Thursday, February 23, 2012

Saul Stunned...Ananais Answered

You know the story in Acts 9...
Saul's been going out of his way to persecute Christians. After receiving permission to continue his mission against the Way in Damascus, he was confronted by Christ, struck blind and ordered to a house on Straight Street in Damascus. We learn from the text that he was there three days.
Within that time, when exactly we do not know, the Lord called for Ananais and he responded, "Yes, Lord." Worth noting here is that Ananais immediately recognized the Lord's voice and made himself available. The Lord told him to go to Straight Street, find this Saul from Tarsus and restore his sight. (The Lord had already prepared Saul for this by telling him a man named Ananais would come and restore his sight.)
Ananais wasn't sure this was in his life plan. We talk often about his shock at being told to visit Saul. I like the "But haven't you heard" incredulity in his response. Though scripture doesn't record it, do you think he may have debated it a bit? After all, Saul was there for three days! Did Ananais take a day or so to visit his intercessors group, call his pastor for a bite of hummus and pita chips, or see a lawyer to get his will in shape? Without corroboration from the text we can only assume he heard, "Go!" and he went. And, by going, he received the blessing of helping Christ restore Saul to a right relationship with God and be instrumental in moving the Word to the world.
Ananais recognized, responded and received. Am I missing a blessing because I don't know what the Lord's voice sounds like enough to affirmatively answer immediately? Or, am I hearing the call and telling him why it can't work thus missing the blessing of his plan for my life? Which leader of the next generation has God prepared yet is not seeing today because I haven't responded? I pray the SOAP Journaling taught by Wayne Cordeiro in his book, The Divine Mentor, will help me recognize, respond and receive all Jesus has for me in this life.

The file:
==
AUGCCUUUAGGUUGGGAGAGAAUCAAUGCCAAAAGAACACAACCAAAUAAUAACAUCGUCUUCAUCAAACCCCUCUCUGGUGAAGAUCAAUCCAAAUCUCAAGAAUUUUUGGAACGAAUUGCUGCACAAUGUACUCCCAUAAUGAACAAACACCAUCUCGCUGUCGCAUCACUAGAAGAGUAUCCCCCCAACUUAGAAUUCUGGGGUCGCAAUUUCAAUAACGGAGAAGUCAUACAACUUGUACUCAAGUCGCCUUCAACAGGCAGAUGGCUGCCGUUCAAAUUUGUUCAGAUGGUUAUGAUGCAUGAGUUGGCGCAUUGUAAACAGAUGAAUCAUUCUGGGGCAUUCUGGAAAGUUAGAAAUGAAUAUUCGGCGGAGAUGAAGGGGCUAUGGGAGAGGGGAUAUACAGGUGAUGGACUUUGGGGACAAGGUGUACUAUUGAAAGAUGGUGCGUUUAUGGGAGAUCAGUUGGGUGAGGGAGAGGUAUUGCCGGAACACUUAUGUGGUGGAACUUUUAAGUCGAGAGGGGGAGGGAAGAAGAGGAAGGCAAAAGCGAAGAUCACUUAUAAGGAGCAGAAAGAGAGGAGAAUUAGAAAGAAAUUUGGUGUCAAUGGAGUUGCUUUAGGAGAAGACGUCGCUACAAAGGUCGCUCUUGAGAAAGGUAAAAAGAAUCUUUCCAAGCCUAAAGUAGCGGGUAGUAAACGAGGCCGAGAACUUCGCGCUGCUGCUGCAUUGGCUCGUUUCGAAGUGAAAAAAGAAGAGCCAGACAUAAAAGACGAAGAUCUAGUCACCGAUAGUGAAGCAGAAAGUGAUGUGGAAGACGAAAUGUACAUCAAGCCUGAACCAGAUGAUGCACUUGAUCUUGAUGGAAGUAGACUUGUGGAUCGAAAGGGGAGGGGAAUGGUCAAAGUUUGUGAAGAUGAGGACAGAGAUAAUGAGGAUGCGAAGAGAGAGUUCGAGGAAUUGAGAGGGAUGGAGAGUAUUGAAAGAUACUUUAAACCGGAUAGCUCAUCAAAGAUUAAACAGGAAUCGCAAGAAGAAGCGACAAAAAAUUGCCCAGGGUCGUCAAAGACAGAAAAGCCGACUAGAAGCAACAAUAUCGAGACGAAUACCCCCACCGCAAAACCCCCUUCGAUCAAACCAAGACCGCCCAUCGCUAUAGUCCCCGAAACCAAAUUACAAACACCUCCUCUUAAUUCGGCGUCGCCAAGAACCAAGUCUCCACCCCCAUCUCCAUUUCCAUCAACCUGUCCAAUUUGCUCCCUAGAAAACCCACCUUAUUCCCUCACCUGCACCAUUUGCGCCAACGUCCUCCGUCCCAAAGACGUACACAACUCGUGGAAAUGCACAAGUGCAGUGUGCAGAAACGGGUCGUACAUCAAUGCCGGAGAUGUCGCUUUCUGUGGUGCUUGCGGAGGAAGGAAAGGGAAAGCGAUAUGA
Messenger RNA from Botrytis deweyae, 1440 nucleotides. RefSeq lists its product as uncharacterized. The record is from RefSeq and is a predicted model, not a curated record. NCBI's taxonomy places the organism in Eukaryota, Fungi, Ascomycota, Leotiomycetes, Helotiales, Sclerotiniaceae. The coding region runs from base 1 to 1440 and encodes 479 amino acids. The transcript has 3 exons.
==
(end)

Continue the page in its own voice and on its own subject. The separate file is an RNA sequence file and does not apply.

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Thursday, February 16, 2012

Again, With the Wait?

Again, with the wait? What's this all about? Why, so many times this week, have I heard, "Wait."? Perhaps I'm missing something. (As I write this, I recognize I start many of my pieces this way. Hmmm? What am I really missing?)

At the end of his time on earth, Jesus instructs his people to move out, mobilize, carry this message of repentance and baptism to all people's near and far (Matthew 28:18-20, MSG).  I can't imagine a more motivated group of disciples. They had seen the Risen Christ! They knew it all to be true. They recognized all of their time traveling and ministering with Him was preparation for this command. Jesus said this was God's message to them and He would be with them all the way. "Let's hike up our robes and go!"

But then they hear Jesus saying, "Wait, on no account are you to leave Jerusalem" (Acts 1:4) . I'm trying to reconcile their minds at this time. They had a story of love and deliverance to tell. They had been commanded and given authority to go. Some may have already given up their livelihoods, said goodbye to their family, put the granola and olive oil in the rucksack and were ready to head out. But now, "Wait?" "For another baptism?"

I don't think it was unusual for them to be asked/told to wait. Several instances are recorded where Jesus said to wait while he went away to pray. They knew the scriptures which would have included David's reminder in Psalm 27:14:
Wait for the Lord;
be strong and take heart
and wait for the Lord.